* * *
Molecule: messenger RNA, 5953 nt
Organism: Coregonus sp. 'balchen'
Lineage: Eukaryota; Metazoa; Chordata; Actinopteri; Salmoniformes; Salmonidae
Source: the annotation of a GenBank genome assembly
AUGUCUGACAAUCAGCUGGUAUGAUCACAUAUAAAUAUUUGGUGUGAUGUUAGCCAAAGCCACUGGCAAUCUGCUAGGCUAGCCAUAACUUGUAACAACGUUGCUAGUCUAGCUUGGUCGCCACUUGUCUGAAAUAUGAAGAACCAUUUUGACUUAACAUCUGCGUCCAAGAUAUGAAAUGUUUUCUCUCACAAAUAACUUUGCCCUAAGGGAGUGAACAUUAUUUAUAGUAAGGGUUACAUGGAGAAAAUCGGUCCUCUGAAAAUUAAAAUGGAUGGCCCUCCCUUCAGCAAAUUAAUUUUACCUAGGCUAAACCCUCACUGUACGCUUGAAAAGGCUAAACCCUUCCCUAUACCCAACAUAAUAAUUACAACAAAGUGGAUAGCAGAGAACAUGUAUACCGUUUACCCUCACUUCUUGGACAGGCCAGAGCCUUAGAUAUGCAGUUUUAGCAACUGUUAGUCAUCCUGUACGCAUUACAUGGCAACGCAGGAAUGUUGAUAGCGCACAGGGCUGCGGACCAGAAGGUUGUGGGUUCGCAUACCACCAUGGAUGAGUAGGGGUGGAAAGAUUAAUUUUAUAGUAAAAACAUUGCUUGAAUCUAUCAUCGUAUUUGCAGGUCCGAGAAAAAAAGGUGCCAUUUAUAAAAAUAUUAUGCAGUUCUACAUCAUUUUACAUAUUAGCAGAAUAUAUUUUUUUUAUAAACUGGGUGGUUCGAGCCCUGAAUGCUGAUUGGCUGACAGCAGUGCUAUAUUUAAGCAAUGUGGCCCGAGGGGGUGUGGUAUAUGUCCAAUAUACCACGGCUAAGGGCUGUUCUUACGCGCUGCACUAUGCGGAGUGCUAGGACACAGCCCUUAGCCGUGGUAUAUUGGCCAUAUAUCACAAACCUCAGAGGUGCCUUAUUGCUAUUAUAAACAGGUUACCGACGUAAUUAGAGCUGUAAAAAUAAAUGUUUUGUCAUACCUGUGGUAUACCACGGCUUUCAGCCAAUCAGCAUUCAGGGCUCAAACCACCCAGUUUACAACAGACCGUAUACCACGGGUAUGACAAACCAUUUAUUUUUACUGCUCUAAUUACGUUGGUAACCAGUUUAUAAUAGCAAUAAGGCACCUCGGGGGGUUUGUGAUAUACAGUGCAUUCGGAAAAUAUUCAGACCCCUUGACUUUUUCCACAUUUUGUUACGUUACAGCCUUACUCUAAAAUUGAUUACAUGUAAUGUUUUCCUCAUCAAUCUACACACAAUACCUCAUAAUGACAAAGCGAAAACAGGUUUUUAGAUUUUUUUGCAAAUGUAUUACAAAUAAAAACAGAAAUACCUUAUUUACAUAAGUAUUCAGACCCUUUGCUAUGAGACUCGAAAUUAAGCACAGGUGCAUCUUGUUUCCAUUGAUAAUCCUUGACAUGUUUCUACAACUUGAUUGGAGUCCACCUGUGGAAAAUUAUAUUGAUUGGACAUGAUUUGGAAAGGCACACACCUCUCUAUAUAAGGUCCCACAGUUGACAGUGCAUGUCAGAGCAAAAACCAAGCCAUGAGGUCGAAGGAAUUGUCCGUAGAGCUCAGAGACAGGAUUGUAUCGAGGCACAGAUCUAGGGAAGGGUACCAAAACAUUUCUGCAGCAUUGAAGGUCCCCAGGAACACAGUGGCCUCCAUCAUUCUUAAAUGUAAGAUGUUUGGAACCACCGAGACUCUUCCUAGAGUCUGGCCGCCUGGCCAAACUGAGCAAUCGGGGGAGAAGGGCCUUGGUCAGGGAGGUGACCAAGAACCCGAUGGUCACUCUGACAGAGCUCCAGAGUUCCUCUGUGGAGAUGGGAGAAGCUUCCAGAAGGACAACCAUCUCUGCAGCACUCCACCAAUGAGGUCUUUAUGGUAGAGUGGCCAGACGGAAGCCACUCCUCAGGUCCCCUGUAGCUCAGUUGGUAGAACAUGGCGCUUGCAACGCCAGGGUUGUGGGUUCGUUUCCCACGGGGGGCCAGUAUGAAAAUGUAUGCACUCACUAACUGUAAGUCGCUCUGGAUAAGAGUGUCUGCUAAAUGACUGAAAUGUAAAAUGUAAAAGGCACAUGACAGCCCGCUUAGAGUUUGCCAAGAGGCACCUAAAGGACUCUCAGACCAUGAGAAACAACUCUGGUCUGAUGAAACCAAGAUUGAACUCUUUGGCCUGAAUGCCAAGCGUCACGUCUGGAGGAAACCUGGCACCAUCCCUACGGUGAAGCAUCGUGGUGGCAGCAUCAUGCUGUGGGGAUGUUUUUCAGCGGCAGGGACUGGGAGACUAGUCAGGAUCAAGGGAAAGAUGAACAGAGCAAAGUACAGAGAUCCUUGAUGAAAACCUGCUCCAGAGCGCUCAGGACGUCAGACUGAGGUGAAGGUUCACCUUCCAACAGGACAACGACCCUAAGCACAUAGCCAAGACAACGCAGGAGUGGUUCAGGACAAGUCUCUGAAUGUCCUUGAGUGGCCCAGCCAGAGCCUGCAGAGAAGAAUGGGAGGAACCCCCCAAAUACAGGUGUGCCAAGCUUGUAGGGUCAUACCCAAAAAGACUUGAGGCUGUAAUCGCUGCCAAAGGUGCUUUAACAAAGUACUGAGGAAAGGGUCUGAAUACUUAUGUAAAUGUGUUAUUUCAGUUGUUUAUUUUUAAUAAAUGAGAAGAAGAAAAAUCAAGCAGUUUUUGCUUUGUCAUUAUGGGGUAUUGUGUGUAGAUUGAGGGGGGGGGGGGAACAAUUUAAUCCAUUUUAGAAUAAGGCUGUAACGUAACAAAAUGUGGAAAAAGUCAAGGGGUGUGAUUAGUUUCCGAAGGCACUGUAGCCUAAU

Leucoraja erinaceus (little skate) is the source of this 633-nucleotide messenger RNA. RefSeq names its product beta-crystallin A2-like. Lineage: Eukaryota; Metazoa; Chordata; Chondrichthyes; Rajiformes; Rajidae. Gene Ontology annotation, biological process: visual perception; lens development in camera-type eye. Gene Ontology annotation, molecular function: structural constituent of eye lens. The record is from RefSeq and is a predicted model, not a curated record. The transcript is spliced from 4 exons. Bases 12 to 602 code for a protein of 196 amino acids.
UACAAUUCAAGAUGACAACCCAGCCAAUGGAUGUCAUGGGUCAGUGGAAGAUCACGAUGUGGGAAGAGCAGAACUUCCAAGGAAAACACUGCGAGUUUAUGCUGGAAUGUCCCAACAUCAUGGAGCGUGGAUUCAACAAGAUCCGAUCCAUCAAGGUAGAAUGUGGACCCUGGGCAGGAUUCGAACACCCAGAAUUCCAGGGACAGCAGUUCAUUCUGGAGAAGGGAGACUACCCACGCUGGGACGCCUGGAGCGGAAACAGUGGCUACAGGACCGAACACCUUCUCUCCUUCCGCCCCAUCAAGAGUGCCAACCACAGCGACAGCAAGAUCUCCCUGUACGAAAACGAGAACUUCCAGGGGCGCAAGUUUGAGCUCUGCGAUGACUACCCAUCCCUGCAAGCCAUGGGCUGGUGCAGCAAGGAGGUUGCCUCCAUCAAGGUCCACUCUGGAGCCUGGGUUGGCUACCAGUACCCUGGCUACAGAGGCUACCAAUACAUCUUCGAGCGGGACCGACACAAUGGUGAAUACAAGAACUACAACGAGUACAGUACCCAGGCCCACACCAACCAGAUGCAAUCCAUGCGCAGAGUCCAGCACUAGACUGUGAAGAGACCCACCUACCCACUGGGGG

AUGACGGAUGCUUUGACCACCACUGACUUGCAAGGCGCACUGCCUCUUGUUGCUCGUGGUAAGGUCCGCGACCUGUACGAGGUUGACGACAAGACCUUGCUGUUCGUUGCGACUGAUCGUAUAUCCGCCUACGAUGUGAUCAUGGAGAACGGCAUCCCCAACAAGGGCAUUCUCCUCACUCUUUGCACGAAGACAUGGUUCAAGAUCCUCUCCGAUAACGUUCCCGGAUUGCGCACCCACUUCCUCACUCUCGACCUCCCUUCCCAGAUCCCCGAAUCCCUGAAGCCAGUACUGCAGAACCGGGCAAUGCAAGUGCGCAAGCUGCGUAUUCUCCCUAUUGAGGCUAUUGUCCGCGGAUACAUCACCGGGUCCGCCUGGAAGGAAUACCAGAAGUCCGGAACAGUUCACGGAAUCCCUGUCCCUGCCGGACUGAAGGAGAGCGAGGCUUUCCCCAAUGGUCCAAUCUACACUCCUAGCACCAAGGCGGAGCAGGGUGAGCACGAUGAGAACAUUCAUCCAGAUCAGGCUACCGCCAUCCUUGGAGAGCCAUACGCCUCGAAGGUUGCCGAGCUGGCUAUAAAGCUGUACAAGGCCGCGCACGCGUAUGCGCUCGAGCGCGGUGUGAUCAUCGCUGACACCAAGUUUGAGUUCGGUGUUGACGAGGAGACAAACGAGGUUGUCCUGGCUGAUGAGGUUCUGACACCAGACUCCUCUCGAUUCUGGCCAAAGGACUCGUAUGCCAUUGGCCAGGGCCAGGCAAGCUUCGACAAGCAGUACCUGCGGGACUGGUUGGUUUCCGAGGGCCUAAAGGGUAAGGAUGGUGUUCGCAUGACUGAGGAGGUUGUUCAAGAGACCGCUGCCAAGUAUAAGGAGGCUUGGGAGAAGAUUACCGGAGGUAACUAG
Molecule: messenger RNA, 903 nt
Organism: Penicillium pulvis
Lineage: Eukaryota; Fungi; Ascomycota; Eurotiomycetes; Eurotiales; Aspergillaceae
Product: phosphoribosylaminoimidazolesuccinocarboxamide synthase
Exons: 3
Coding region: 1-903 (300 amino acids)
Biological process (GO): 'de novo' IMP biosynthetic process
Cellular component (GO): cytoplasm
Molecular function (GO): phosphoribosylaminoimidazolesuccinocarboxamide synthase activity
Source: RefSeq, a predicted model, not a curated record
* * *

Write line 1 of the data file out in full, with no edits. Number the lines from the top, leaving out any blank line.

Molecule: messenger RNA, 5953 nt